Monday, November 24, 2014

2014 in Review: A Slow, Gradual Return to Normal

Last year, I wrote about a housing rebound that seemed to finally have solid legs after a few false starts since the Great Recession.  The good news for 2014 is that both the economy and the housing market have continued their slow yet gradual climb back to normal.

Indeed, the NAHB’s Leading Markets Index, which measures how well metropolitan areas are performing relative to their last ‘normal’ market, rose to .90 in the third quarter of 2014.  This means that the combination of permits, prices and employment levels are back to 90 percent of where they should be at a national level, although most of this rebound has been due to new permits and rising prices more than robust, uniform employment gains.

Still, the national job market continues to improve strongly, adding well over 200,000 jobs per month for most of the year, thereby bringing the official unemployment rate down to 5.8 percent.  Since this rate of growth is about double the pace required to reduce unemployment and under-employment, wages could soon come under pressure to rise after years of being stuck near neutral, which could counter-act the impact of future interest rate hikes and higher housing prices.

At the same time, the economic rebound has not been consistent across the country, with much stronger job growth in those states which have benefitted from the domestic energy boom, military or agricultural spending, or include small college towns.   Conversely, those states with weaker labor markets – such as Arizona, Nevada, Rhode Island or New Jersey – also continue to exhibit weaker housing fundamentals.

Nonetheless, from a confidence standpoint, both builders and consumers have been reporting positive attitudes, with the NAHB Housing Market Index rising four points in November to 58, with even stronger gains for the index measuring current sales conditions.  Consumer sentiment has recently been even stronger, rising in November to more than a seven-year high even though respondents don’t expect future income gains to keep up with inflation.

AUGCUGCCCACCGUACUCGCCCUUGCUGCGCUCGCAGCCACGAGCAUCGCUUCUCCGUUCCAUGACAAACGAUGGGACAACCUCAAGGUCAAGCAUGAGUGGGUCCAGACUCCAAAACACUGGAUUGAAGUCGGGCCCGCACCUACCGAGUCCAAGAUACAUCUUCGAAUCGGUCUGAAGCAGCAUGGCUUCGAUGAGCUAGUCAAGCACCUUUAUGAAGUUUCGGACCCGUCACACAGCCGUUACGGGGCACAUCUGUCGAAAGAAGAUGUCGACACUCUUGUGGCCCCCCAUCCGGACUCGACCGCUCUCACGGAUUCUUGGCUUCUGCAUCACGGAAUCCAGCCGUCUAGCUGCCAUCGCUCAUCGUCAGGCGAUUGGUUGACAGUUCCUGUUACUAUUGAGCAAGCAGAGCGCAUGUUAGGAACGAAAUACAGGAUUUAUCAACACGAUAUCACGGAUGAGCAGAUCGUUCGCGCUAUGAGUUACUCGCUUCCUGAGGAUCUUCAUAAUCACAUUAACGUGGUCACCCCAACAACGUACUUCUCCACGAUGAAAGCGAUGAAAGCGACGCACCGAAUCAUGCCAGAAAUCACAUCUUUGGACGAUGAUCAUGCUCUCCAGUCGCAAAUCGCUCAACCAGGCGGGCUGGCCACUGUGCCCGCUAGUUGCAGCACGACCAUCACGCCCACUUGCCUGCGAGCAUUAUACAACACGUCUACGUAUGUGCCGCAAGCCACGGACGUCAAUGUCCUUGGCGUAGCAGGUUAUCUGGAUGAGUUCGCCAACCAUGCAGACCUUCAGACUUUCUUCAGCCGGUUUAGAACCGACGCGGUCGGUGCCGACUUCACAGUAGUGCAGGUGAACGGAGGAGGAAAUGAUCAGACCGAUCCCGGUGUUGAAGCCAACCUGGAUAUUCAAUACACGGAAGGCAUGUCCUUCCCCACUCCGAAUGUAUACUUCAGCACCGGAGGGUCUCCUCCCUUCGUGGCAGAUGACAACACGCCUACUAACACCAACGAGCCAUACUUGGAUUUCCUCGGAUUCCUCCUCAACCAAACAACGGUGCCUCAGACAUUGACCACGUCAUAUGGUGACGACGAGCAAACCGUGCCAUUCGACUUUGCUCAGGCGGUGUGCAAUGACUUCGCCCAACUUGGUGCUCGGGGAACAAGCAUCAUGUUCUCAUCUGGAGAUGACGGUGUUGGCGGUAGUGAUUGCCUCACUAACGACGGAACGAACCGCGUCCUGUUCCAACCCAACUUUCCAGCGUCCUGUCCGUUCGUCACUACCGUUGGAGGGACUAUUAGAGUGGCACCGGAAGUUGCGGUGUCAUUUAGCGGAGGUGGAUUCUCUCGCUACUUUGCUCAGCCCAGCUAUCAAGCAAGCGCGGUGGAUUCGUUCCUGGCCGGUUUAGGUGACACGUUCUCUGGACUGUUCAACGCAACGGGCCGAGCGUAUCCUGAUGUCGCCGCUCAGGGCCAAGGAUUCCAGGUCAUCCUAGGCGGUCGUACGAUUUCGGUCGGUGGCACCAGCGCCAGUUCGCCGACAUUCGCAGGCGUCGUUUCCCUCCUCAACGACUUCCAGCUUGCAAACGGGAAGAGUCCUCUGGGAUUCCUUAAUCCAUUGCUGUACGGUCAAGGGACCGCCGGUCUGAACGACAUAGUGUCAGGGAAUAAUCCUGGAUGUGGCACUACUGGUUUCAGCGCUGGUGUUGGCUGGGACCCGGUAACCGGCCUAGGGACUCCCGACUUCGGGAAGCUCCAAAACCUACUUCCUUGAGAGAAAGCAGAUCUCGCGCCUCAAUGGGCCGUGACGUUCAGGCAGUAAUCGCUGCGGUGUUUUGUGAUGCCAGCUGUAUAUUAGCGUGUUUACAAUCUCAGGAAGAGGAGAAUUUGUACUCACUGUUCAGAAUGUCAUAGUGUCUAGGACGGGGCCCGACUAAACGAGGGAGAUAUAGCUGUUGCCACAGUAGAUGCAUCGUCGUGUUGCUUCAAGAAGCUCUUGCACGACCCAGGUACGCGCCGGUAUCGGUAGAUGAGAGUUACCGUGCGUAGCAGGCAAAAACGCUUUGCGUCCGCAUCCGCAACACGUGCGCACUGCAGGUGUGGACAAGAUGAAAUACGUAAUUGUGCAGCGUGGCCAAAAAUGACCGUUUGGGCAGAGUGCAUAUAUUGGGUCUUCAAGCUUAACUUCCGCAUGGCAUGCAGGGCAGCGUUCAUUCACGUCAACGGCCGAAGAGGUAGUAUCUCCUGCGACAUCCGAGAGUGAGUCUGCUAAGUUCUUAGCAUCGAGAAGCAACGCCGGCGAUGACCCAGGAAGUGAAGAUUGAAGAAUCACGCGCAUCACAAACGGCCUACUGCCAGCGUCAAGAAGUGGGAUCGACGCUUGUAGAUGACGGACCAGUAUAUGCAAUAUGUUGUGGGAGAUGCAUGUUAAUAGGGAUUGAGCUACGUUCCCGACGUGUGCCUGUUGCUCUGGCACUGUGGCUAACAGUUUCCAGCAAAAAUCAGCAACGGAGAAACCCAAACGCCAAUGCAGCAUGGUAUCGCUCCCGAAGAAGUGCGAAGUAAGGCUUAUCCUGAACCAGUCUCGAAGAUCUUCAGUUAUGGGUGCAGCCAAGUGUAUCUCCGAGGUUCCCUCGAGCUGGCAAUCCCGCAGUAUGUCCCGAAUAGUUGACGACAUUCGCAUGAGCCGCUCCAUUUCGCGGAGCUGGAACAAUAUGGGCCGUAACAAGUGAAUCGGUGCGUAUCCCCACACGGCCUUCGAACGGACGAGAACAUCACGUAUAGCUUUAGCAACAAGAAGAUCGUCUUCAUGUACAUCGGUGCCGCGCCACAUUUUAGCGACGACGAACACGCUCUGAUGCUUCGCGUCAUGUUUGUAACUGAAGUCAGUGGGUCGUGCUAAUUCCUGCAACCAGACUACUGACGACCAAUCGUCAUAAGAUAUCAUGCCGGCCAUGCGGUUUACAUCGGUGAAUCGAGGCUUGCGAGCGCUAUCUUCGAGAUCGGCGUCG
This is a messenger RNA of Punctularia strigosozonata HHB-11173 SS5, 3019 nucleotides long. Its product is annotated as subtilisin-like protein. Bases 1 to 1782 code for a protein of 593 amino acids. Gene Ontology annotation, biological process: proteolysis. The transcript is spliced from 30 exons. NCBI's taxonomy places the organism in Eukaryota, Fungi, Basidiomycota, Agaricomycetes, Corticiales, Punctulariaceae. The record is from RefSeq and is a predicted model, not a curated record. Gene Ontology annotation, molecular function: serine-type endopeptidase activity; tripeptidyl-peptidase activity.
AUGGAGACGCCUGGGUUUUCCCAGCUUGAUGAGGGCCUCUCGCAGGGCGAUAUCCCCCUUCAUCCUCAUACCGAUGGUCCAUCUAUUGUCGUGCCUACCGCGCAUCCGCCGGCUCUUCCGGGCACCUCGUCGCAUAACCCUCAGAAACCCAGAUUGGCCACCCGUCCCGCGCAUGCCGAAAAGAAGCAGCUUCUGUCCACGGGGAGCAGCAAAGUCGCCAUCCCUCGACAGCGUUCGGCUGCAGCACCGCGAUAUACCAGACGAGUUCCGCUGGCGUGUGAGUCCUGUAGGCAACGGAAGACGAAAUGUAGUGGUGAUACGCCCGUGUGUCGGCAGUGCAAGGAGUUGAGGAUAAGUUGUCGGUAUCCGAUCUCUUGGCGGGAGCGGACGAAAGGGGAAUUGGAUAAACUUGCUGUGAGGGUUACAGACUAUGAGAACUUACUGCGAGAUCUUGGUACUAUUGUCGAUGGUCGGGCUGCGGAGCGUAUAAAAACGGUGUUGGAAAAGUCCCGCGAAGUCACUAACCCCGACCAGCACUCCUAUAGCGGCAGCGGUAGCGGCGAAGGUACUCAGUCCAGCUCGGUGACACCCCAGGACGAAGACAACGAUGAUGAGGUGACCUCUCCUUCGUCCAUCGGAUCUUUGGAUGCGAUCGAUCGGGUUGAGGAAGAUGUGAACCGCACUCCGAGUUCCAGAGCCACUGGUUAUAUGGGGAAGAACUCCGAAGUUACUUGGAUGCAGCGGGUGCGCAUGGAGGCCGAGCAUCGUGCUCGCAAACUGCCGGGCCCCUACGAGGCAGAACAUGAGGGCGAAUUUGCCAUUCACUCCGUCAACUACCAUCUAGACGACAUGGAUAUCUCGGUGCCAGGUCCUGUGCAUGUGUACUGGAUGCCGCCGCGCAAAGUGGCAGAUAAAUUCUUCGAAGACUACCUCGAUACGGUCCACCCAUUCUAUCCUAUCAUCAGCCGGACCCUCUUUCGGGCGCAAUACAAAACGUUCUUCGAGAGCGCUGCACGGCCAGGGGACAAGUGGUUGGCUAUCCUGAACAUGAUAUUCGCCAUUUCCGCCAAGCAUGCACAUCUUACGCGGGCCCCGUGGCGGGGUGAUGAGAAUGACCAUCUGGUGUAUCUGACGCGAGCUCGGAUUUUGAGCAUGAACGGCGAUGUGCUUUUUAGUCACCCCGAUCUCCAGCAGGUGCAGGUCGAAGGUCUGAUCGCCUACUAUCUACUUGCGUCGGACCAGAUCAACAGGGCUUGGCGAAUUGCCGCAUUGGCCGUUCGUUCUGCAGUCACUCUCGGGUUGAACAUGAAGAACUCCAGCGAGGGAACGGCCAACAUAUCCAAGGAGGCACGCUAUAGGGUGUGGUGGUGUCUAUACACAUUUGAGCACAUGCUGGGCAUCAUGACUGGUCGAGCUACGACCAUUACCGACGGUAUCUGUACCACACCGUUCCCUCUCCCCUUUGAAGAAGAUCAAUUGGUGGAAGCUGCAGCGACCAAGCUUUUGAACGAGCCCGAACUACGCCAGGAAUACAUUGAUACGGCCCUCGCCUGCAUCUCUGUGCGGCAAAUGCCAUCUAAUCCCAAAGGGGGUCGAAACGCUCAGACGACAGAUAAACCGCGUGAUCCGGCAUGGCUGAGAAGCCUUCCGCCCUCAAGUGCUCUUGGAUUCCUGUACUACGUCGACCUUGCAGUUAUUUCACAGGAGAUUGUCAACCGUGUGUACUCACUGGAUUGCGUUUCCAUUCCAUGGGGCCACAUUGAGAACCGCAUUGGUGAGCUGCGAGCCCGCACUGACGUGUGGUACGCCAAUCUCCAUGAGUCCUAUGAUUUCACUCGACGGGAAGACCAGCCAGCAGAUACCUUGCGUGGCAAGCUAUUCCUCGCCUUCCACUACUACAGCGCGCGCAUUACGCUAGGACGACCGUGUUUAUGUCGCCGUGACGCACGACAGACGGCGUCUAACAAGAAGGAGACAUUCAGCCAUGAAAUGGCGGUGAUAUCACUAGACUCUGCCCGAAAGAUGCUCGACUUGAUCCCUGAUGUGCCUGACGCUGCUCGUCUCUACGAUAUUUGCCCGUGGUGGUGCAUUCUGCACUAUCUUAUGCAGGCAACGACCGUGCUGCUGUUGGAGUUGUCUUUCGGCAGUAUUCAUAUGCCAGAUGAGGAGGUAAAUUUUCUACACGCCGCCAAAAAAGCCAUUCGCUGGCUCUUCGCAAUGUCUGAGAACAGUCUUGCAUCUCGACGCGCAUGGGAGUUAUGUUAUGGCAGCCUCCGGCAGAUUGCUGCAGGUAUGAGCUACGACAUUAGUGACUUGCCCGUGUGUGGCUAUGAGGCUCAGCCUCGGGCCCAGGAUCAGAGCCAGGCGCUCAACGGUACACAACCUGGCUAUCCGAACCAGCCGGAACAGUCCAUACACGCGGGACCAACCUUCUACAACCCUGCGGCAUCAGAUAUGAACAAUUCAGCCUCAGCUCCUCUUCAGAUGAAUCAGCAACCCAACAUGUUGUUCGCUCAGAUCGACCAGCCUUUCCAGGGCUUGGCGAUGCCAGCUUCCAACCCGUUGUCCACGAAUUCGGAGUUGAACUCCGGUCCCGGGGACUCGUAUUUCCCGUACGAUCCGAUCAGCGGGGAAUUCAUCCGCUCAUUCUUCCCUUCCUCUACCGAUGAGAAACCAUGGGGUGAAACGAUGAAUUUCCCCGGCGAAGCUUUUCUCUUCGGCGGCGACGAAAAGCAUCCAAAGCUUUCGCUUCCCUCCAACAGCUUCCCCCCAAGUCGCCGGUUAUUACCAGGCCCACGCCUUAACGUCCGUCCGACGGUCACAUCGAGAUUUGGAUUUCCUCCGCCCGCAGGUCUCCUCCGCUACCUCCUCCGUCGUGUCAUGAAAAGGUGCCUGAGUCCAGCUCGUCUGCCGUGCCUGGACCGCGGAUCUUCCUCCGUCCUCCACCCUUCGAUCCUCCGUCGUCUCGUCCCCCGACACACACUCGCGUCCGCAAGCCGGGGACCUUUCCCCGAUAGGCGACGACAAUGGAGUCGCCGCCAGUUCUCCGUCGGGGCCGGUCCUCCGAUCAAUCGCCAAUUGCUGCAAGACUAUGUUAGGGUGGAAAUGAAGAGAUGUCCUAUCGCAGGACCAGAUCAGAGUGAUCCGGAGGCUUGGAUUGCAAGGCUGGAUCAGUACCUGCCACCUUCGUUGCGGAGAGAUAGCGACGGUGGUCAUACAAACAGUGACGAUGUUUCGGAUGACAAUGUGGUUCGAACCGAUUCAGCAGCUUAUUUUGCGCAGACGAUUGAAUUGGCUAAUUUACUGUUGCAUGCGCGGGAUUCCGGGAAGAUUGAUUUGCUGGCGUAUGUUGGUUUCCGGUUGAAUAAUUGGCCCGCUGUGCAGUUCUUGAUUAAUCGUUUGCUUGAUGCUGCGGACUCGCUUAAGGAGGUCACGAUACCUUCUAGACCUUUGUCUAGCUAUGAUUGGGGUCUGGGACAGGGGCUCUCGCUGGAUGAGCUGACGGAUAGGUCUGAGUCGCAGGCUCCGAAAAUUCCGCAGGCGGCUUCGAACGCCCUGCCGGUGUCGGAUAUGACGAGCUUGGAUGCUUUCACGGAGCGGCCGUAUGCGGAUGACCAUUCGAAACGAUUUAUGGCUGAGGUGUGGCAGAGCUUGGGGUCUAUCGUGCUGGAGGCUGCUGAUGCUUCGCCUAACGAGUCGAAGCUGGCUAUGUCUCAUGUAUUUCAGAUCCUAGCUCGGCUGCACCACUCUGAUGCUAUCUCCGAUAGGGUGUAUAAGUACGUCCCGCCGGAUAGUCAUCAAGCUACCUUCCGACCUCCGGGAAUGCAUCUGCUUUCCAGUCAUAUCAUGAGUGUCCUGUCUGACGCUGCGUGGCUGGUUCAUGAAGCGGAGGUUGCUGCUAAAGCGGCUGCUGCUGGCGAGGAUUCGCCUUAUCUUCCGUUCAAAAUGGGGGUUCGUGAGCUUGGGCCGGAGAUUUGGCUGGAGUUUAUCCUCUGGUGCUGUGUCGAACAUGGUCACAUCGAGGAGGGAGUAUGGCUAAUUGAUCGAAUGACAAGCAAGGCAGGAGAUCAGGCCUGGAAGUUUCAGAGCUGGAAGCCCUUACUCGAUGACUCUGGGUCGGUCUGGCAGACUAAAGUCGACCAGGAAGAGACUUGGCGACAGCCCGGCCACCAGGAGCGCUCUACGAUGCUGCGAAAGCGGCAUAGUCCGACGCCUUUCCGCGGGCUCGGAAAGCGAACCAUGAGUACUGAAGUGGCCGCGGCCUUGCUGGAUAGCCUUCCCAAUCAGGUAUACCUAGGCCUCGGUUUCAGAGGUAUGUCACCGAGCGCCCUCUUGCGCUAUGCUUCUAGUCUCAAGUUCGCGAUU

While overall housing starts did take an unexpected but small dip in October from the previous month, they still rose by nearly eight percent year-over-year.  At the same time, starts for single-family homes were still up by just over four percent between September and October to the highest rate since November of 2013.   But it was really building permits – often a forward-looking indicator of market activity – which revealed gradually building strength for housing, rising by nearly five percent in October to the highest level in nearly 6.5 years.

New home sales have also continued to climb, rising by 17 percent between September of 2013 and 2014 to an annual rate of 467,000 units, which would take 5.3 months to sell at current sales rates, down from 5.5 months the previous year.  New home median prices, however, fell to $259,000 from $269,800 during that same time period, most likely due to a higher percentage of sales in the South.

For existing homes, sales rose in October for the second straight month after a challenging spring and relatively flat summer, reaching their highest annual rate since September of 2013 as well as being above year-over-year levels for the first time in over a year.  At the same time, inventory levels fell to a 5.1-month supply, which was the lowest supply timeline since last March.  Existing home prices reached $208,300 in October, up by 5.5 percent over the same month of 2013 and marking the 32nd straight month of year-over-year price gains.

The remodeling market is also strong, with the NAHB Remodeling Market Index matching its record high of 57 in the third quarter of 2014 even after a dip in activity earlier in the year due to an unusually harsh winter.

Looking ahead to 2015, forecasts are generally calling for continuing expansion for both the U.S. economy and its housing market.  U.S. GDP is expected to sustain its 3.0 percent growth rate due to ongoing fiscal stimulus, lower energy costs (especially for gasoline), slowly easing credit conditions and more positive business and consumer confidence.  However, a stronger dollar will likely dampen exports, and the Fed will probably start boosting its Federal funds rate sometime in 2015.

As for housing, look for housing starts to rise by another 20 percent in 2015, with most of that increase noted for single-family homes built to fulfill a large supply of pent-up supply over the past few years.  Still, as household formations increase in 2015, look for the rental market in urban markets to remain tight as rent growth exceeds inflation.

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